A lot of trending buzz in the media this week over the controversy surrounding Pierre Boisvenu’s spending subsidies and behaviors as a Canadian senator. As Pierre is a friend, colleague and mentor – we often refer to each other as “brother” –
allow me to offer some thoughts.
First, a little background. I apologize to those who have heard this a dozen times before on this website. I met Pierre 10-years-ago when we were cutting our teeth in the victims rights arena. Pierre’s daughter had been murdered in Sherbrooke, Quebec, I was investigating the very cold-case of my sister’s murder in the Eastern Townships, so we had a common affinity for the cause and the region. In 2003, we crashed the Federally sponsored victims conference, Moving Forward – Lessons Learned from Victims of Crime. We both laughed, bitterly at how under-represented victims were at that, the first national victims conference. We met for the first time on the eve of the conference in an Italian restaurant across the Ottawa river in Hull, Quebec. I was staying at the time with friends in the Gatineau, where Pierre currently keeps a residence. When I met Pierre I was struck by his energy, confidence and optimism; I couldn’t believe that this guy had lost a daughter within less than a year.
We became very close. He and his wife visited with my family in Chapel Hill, I have stayed at his condo in Sherbrooke. Within the past 10-years both our marriages disintegrated. I never knew the direct reasons for Pierre’s separation from Diane, but I am sure they are similar to mine; you maintain that shell of confidence, but beneath things start to crack.
Pierre went on to found AFPAD, and several other victims organizations, he championed legislative reform for victims, and fell under the umbrella influence of Harper conservatives. From the point that he became a Canadian senator I largely lost touch with Pierre.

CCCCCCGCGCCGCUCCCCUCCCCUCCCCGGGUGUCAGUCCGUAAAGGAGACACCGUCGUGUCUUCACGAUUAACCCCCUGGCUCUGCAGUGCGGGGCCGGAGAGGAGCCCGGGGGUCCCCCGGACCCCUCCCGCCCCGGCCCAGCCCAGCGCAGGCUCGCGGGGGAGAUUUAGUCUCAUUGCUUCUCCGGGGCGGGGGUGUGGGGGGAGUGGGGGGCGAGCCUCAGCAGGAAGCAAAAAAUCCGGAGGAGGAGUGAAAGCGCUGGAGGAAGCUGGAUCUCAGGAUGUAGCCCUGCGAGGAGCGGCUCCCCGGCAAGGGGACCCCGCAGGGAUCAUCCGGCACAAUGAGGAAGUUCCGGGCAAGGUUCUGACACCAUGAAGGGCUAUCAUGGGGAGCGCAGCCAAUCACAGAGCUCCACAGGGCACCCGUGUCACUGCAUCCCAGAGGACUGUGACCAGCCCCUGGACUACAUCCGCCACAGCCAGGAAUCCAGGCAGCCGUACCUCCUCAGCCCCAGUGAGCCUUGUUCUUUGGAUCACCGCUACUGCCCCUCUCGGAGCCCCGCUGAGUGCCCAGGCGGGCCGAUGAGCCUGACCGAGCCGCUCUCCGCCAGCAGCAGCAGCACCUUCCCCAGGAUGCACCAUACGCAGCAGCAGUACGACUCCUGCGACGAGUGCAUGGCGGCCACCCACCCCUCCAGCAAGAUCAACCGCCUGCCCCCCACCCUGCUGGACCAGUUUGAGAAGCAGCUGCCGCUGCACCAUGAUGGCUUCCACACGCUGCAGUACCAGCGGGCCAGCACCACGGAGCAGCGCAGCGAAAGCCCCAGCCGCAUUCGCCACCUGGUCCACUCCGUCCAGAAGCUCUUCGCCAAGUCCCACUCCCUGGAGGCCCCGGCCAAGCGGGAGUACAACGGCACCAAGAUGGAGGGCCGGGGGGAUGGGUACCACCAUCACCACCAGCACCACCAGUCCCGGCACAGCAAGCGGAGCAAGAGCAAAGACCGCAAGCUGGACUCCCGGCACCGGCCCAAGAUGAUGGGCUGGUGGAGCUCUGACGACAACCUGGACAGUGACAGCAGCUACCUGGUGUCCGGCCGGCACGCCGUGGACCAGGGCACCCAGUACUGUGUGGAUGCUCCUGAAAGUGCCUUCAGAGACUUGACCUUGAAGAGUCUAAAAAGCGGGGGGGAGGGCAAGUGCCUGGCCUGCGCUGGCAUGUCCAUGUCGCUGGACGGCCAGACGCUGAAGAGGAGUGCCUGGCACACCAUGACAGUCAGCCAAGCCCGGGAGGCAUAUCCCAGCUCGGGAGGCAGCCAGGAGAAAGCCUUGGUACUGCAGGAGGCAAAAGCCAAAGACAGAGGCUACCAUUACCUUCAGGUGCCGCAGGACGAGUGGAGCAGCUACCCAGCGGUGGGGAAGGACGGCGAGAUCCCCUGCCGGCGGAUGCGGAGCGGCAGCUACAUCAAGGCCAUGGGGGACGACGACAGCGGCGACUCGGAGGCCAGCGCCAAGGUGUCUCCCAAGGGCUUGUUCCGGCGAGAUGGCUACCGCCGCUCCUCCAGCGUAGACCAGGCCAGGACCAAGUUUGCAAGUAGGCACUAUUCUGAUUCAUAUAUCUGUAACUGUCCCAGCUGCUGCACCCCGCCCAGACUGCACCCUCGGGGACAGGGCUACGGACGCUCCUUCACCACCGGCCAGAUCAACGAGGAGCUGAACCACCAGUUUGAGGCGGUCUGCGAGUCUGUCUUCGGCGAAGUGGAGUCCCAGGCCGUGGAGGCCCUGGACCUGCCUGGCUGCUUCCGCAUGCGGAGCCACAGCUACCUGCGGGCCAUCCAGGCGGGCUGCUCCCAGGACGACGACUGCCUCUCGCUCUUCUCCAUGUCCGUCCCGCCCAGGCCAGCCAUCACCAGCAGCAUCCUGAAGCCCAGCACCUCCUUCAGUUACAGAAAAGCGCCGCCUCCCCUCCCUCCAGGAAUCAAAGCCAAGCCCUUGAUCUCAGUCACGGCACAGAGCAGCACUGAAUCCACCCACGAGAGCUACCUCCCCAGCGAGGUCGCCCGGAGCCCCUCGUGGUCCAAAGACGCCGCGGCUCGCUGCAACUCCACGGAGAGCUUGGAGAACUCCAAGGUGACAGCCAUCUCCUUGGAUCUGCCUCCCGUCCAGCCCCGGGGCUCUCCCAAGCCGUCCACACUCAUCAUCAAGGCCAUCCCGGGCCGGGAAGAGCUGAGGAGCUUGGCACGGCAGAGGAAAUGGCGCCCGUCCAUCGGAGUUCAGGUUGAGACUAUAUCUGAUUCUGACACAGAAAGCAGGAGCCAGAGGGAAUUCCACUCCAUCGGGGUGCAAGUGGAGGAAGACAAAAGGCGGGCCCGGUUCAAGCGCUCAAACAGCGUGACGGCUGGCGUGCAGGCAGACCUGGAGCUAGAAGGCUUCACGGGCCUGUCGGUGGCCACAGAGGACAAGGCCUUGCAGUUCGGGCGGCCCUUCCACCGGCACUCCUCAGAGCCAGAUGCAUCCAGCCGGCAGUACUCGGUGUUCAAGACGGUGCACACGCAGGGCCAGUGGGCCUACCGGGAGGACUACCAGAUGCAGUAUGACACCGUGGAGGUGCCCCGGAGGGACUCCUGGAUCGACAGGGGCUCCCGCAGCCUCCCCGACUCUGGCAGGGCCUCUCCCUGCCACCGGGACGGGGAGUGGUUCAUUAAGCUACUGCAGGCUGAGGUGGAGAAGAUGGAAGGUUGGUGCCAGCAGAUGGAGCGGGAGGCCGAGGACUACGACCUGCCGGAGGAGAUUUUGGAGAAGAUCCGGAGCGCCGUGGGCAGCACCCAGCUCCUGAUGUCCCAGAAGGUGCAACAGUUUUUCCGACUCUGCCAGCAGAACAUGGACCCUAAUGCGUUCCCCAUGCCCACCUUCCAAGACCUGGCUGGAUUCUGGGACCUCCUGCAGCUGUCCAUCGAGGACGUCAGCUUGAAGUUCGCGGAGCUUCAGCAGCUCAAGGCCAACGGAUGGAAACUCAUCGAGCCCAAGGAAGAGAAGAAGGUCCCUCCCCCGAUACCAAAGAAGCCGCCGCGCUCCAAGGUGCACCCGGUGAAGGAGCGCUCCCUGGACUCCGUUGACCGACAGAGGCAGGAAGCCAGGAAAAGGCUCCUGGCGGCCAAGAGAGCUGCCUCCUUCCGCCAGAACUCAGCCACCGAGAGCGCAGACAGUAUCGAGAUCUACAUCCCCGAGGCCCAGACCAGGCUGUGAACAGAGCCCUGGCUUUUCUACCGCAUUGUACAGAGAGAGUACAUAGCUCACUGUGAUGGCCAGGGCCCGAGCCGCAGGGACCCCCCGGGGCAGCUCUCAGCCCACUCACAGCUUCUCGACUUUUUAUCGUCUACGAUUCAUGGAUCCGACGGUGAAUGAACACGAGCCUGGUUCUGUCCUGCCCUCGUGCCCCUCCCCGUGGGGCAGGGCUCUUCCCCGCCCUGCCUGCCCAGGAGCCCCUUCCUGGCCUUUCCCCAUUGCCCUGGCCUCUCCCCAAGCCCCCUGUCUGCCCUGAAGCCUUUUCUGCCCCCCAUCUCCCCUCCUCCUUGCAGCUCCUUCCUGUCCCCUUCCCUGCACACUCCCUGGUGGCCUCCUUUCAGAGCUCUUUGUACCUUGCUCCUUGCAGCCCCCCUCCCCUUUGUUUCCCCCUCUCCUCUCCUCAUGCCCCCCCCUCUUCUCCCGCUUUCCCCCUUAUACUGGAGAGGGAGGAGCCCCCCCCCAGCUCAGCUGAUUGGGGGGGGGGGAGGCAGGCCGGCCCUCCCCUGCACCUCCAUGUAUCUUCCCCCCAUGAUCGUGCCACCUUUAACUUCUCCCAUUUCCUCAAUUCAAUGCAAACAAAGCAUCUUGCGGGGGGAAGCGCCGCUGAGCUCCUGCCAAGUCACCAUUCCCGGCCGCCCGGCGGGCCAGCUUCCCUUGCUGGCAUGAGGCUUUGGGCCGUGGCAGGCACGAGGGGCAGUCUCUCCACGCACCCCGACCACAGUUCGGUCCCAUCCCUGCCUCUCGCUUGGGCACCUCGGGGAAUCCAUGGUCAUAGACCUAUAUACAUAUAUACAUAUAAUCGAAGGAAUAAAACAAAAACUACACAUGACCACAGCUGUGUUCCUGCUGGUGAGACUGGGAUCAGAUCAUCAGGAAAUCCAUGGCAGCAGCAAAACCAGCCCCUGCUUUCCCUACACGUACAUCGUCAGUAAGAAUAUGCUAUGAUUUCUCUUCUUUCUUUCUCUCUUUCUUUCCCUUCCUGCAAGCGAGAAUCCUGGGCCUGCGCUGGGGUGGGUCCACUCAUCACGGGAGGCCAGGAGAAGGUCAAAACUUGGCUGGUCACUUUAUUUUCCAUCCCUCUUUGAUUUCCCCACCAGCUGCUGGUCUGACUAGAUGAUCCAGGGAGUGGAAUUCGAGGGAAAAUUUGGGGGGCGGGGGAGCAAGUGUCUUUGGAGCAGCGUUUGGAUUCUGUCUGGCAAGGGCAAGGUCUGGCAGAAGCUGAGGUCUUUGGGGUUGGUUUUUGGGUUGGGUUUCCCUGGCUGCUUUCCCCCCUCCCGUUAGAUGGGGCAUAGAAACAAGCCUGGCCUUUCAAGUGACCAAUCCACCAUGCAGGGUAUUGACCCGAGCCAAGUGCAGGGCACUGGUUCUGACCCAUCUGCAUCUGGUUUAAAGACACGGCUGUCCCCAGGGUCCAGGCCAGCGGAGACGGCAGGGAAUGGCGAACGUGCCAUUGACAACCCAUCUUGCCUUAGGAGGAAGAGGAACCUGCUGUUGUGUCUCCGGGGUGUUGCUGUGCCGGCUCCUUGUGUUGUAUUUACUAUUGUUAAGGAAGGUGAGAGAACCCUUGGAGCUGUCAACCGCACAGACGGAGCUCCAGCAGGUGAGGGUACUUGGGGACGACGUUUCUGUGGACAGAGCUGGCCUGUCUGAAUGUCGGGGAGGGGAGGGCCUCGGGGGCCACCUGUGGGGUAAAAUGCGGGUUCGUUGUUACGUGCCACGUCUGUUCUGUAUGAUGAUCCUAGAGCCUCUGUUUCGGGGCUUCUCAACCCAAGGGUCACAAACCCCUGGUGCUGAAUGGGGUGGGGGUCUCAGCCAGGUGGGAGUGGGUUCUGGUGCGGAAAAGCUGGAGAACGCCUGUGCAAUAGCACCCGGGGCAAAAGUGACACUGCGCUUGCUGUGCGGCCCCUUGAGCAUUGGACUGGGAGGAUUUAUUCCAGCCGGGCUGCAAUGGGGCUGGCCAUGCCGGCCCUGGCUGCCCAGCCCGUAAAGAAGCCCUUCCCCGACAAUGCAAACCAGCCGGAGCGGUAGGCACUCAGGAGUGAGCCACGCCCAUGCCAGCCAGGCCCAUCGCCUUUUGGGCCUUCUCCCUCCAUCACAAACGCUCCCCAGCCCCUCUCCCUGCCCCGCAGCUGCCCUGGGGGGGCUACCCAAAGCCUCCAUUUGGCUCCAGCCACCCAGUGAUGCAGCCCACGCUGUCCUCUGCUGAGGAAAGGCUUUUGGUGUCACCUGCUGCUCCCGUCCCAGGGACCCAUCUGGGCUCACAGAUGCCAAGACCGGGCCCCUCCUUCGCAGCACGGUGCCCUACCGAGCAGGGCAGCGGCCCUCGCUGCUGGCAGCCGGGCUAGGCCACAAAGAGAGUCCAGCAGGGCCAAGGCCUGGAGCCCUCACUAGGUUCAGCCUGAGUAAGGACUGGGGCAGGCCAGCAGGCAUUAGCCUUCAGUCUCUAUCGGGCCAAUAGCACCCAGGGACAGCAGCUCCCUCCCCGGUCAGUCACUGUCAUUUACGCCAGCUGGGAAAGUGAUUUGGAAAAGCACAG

If I am to understand the residency regulations for Canadian politicians, the issue is where you live, and how much tax payers should subsidize that. I believe Pierre’s argument would be he is entitled to the stipend because he is technically still living in the condo in Sherbrooke. Technically, that is probably true. Though he keeps a place in Gatineau, he no doubt has lots of business back in Quebec. I have observed him dart back-and-forth between Ottawa and Sherbrooke in his car for years in the time before he was even a senator. In a regular week I have watched him pepper the province rushing from one frontline victim function to the next (he doesn’t just travel the cooridors of power – Ottawa-Montreal-Quebec City – the guy is in the weeds with victims, he gets everywhere). Is that still true? I have no knowledge. And anyway, he is a senator now, he serves all of Canada, so I would hope he was covering greater ground in other regions, but sources tell me his cause is still deeply entrenched in Quebec affairs.
On the issue of his relationship with a staff member. I agree strongly that your personal life is personal, you have no business in Mr. Boisvenu’s bedroom. But I also believe, whether it is inscribed in an official code of conduct or not, romantic relations with a subordinate crosses an ethical line.
A life of public service is full of temptation, and under constant scrutiny. I know. I work in local government, but only at the municipal level. The most I’ve been offered was free college basketball tickets. Not very tempting, but I declined. Alright, I’ll cop to being offered Canes tickets. More tempting (especially this evening), but still I declined. I know that the temptations and risks at the state and federal levels are greater, and Pierre has worked in that environment all his life (as a deputy minister for Quebec, and now at the senatorial level). All the more reason to be more vigilant.
As a public employee it is not enough to simply follow the rules, at all times you must avoid even the perception of impropriety. That’s a high bar of achievement, and maybe the strain of maintaining that standard leads some to fall.
I welcome all comments and opinions.